Niue: Selevese, televete
Norwegian: Coleus        
Oriya: କୋଲେସ୍
Papua New Guinea: Jangata, jeune , okavu
Pashto: کولیس
Persian: کولئوس
Philippines: Dapoyana, lapunaya, malamayana, patak dugo, saimayu, taponaya, badiara, malaina, mayana
Pohnpeian: Koaramahd, koionleng, koramahd, koromaht
Polish: Coleus, koleus Blumego, koleus, pokrzywka brazylijska  
Portuguese: Coleus, Coração-magoado, coleo
Puerto Rico: Coleo, nazareno, tocador, verguenza
Pukapukan: Televete
Punjabi: Kōlī asa (ਕੋਲੀਅਸ)
Romanian: Coleus, poala maicii precista
Russian: Koleus (Колеус), Kolieus Bliuma (Колеус Блюма)
Samoa: Fateine, la‘au fai sei, pate
Satawalese: Waruguchá              
Serbian: Coleus (Цолеус)
Sindhi: ڪليس
Sinhala: Coleus (kōlēəs)
Slovenian: Koleus
Solomon Islands: Asaka
Spanish: Coleo, Ahijado, Nene, Macho, Nene, Solenostemon scutellaroides
Sundanese: Coleus        
Swedish: Coleus, Palettblad
Tajik: Coleus (kōlēəs)
Tahitian: Terevete
Taiwan: Cǎi yè cǎo (彩葉草)
Tamil: Kōliyas (கோலியஸ்)
Telugu: Coleus (kōlēəs)
Thai: Coleus (kōlēəs), ruese phasom laeo, waan lueat haeng
Tokelauan: Pate              
Turkish: Coleus
Ukrainian: Koleus (колеус)        
Urdu: کولیس
USA/Hawaii: Weleweka
Uzbek: Koleus  
Vietnamese: Coleus, tiá tô tây  
Welsh: Coleus  
Zulu: Coleus
Plant Growth Habit Erect, bushy, branched, woody-based, upright annual or short-lived evergreen perennial plant
Growing Climates Monsoon forest, beach forest, in disturbed areas, mesic to wet forest, stream sides, open areas, hills, fields and forests
Soil Grows in moist, organically rich, loose soils in part shade, although it can tolerate full shade and some recently developed cultivars can tolerate full sun
Plant Size Usually 0.5–1 m (1.6–3.3 ft) tall, though some may grow as tall as 2 m (6.6 ft)
Root The plants has fibrous roots.
Stem Herbaceous shrub turns to semi-woody at base when mature. Stems erect or ascending, the branchlets finely pubescent to glabrous
Leaf Somewhat fleshy, varying in size from 1.5–10 cm (0.6–3.9 in) long and 1–6 cm (0.4–2.4 in) wide, generally ovate in shape, and borne on petioles (stalks) from 0.5–5 cm (0.2–2.0 in) long
Flowering season June to October
Flower Purplish, numerous, and borne in lax, terminal, simple or branched inflorescences, 15 to 30 centimeters long. Calyx is green, and about 2.5 millimeters long, with the upper lip ovate and the lateral lobes short and ovate, the lower one being 2-cleft. Corolla is about 11 millimeters long.
Fruit Shape & Size Nutlets that are lenticular to broadly ovate or orbicular, about 1 – 1.2 mm long
Fruit Color Initially green turning to brown to black
Propagation By seeds or stem cuttings
Plant Parts Used Leaves, seeds, bark
  • Varieties
Kiwi Fern
Fishnet Stockings
Wizard Mix
Henna
Trailing Plum
Black Dragon
Limelight
Salmon Pink
Big Red Judy
Rustic Orange
Health benefits
  • For Menstruation
  • Relieve and Cure Fever
  • Treat Hemorrhoids
  • Relieve Cough
  • Treat Diabetes
  • Relieves Headaches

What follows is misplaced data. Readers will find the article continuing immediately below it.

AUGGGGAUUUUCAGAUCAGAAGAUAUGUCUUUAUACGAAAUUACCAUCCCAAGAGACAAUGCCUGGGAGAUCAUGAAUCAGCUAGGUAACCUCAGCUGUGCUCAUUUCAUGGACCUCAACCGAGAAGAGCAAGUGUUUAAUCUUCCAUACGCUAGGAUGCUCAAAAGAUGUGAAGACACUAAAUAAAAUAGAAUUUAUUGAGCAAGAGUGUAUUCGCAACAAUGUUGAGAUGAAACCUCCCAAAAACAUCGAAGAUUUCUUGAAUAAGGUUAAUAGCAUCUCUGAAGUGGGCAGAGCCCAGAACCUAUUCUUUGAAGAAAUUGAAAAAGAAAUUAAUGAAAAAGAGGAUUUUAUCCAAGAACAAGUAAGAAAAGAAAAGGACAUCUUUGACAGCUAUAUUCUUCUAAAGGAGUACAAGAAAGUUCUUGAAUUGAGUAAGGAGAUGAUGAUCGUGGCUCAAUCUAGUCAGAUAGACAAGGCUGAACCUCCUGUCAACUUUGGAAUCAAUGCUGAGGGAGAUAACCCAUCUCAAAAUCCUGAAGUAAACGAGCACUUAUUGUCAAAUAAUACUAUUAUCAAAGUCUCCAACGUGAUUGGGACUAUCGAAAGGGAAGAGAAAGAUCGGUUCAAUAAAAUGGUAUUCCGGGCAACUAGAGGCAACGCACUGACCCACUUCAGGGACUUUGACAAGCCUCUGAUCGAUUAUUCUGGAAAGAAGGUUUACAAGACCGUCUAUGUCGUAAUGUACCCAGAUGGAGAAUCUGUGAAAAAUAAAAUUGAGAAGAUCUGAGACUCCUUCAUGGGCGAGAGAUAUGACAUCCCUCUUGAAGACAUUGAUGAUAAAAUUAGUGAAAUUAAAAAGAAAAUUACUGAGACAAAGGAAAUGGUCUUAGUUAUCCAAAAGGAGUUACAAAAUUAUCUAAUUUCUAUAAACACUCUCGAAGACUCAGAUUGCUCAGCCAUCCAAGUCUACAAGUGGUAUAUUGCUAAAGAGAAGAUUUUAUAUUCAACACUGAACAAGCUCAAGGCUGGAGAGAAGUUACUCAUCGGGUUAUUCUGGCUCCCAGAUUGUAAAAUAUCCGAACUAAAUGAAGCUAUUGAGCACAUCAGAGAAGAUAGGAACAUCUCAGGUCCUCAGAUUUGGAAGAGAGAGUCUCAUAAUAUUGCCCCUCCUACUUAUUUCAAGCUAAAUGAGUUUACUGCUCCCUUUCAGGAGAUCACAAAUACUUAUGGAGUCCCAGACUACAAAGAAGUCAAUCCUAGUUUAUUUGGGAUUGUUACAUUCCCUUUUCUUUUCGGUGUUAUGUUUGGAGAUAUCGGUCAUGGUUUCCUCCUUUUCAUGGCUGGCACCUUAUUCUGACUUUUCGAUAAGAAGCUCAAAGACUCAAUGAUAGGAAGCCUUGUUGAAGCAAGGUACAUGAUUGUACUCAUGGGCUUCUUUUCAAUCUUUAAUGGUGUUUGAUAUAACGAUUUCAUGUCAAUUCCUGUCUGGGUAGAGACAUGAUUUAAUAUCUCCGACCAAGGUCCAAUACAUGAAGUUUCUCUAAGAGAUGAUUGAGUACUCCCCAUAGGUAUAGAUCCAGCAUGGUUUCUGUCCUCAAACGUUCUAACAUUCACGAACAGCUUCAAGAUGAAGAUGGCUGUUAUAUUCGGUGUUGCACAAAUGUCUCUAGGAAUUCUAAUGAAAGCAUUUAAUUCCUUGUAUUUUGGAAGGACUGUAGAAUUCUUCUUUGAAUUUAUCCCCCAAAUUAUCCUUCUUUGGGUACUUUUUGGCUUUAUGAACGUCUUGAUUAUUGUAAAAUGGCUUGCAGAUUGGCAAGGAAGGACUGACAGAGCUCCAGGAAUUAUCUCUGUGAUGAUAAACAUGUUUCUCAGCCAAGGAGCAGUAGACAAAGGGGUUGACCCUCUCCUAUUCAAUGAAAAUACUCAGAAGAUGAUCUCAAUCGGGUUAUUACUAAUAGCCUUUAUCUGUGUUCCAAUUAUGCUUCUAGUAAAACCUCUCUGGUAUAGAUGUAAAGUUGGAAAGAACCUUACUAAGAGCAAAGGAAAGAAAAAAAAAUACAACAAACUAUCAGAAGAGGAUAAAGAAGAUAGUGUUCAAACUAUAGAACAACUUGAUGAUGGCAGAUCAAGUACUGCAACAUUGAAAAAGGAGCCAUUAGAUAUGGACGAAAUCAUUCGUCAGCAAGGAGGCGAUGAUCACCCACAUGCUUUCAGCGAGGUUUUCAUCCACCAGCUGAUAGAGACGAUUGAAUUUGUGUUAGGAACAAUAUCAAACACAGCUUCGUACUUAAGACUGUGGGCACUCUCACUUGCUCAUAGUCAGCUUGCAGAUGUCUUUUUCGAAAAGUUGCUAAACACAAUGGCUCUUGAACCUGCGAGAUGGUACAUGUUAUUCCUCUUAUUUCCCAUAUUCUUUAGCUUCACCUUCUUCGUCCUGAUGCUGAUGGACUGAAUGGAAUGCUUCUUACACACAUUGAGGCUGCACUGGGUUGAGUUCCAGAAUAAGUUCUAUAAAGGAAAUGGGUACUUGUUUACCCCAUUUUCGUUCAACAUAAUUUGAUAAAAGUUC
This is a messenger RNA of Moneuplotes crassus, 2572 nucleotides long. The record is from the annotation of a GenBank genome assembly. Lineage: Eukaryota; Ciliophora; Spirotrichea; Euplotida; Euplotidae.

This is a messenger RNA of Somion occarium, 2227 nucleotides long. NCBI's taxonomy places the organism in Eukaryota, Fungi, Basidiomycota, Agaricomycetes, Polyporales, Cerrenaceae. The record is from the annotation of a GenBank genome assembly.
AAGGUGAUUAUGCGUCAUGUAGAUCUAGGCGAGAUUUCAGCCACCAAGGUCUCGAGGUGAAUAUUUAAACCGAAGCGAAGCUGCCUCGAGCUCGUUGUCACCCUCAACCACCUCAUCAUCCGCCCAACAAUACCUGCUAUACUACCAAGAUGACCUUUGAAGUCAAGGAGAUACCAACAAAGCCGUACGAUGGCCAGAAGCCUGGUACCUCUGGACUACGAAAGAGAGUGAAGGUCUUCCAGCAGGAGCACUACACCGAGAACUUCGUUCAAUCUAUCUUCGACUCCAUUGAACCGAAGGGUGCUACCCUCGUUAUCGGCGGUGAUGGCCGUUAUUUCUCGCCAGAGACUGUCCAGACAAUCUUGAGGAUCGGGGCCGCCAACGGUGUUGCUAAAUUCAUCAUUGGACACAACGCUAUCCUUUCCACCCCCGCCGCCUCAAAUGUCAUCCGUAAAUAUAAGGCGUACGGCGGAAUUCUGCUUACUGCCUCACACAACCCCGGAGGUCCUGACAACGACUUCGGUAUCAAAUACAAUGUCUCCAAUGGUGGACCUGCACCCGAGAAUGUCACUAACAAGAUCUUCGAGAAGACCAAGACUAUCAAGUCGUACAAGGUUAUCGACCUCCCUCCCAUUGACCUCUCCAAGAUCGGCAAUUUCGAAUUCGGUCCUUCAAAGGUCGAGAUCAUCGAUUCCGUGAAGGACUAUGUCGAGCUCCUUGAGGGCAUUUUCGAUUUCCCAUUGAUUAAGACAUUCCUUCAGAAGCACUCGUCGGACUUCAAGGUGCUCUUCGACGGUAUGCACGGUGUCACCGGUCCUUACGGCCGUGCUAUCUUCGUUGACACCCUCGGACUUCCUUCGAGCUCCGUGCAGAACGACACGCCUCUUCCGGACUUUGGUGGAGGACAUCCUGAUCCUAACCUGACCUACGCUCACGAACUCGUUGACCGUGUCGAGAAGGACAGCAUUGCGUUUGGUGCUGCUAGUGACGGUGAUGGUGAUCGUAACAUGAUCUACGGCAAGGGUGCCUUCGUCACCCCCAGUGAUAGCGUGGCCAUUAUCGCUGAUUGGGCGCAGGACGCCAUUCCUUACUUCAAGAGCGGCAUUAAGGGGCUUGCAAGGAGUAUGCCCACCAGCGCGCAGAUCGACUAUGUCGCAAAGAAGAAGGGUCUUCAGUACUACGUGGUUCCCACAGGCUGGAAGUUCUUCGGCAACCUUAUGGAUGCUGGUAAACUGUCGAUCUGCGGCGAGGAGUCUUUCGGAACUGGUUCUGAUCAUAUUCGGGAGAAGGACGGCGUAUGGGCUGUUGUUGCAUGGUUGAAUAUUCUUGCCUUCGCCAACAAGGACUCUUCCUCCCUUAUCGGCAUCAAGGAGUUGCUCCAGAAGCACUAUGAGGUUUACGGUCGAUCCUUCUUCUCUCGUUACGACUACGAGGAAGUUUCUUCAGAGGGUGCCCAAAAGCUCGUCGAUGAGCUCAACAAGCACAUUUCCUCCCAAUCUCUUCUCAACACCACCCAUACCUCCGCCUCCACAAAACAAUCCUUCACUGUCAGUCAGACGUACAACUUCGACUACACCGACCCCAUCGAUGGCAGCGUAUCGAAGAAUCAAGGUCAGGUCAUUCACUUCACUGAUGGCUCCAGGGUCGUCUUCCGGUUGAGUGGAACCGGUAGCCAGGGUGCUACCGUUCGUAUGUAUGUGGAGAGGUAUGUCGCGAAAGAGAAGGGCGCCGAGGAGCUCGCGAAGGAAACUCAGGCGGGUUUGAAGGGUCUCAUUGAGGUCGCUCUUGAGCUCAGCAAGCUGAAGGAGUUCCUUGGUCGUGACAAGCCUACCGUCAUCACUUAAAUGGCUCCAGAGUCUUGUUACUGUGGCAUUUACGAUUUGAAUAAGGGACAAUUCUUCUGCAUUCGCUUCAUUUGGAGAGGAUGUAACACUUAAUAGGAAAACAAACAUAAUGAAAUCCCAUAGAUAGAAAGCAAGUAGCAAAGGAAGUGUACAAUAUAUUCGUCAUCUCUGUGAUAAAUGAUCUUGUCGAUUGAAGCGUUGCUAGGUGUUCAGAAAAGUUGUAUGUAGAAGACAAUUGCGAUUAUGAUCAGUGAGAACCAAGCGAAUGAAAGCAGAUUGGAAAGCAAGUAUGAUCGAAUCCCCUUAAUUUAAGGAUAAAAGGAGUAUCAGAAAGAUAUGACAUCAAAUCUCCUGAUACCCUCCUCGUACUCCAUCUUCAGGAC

• Helps Treat Boils
  • Heals Bruises and Swelling
  • Relieves Symptoms of Cough
  • Cures Digestive Disorders

Plant Description

Coleus is an erect, bushy, branched, woody-based, upright annual or short-lived evergreen perennial plant that normally grows about 0.5–1 m (1.6–3.3 ft) tall, though some may grow as tall as 2 m (6.6 ft).  It is widely grown for the highly decorative variegated leaves found in cultivated varieties. The plants have fibrous roots. Herbaceous shrub turns to semi-woody at base when mature. Stems are erect or ascending, the branchlets finely pubescent to glabrous. The plant is found growing in monsoon forest, beach forest, in disturbed areas, mesic to wet forest, stream sides, open areas, hills, fields and forests. The plant grows in moist, organically rich, loose soils in part shade; although it can tolerate full shade and some recently developed cultivars can tolerate full sun. It has been assiduously hybridized over the years into a very large number of vegetatively propagated and seed propagated strains with an almost infinite number of leaf color combinations including most colors of the spectrum except true blue.

Leaves

The species is extremely variable in the color and shape of the leaves. Foliage color ranges from yellow to red and dark purple. They are somewhat fleshy, varying in size from 1.5–10 cm (0.6–3.9 in) long and 1–6 cm (0.4–2.4 in) wide, generally ovate in shape, and borne on petioles (stalks) from 0.5–5 cm (0.2–2.0 in) long. The leaf margin is divided to a variable degree. Hairs are present on both sides of the leaf. The leaves are extremely soft and generally have a typical nettle shape; however, some varieties also have deviating leaf shapes.

Flower

The inflorescence is borne on the end of a stem and, like the leaves, is very variable in size. It may be up to 4 cm (1.6 in) long, with few or many flowers. The calyx is bell-shaped, initially only 1–2 mm (0.04–0.08 in) long, but lengthening to 5–7 mm (0.2–0.3 in) when in fruit. The bluish-purple petals are joined to form a typical two-lipped labiate flower, 8–10 mm (0.3–0.4 in) long. The stamens are joined for about half their length and are covered by the upper lip of the flower. Flowering normally takes place in between June to October.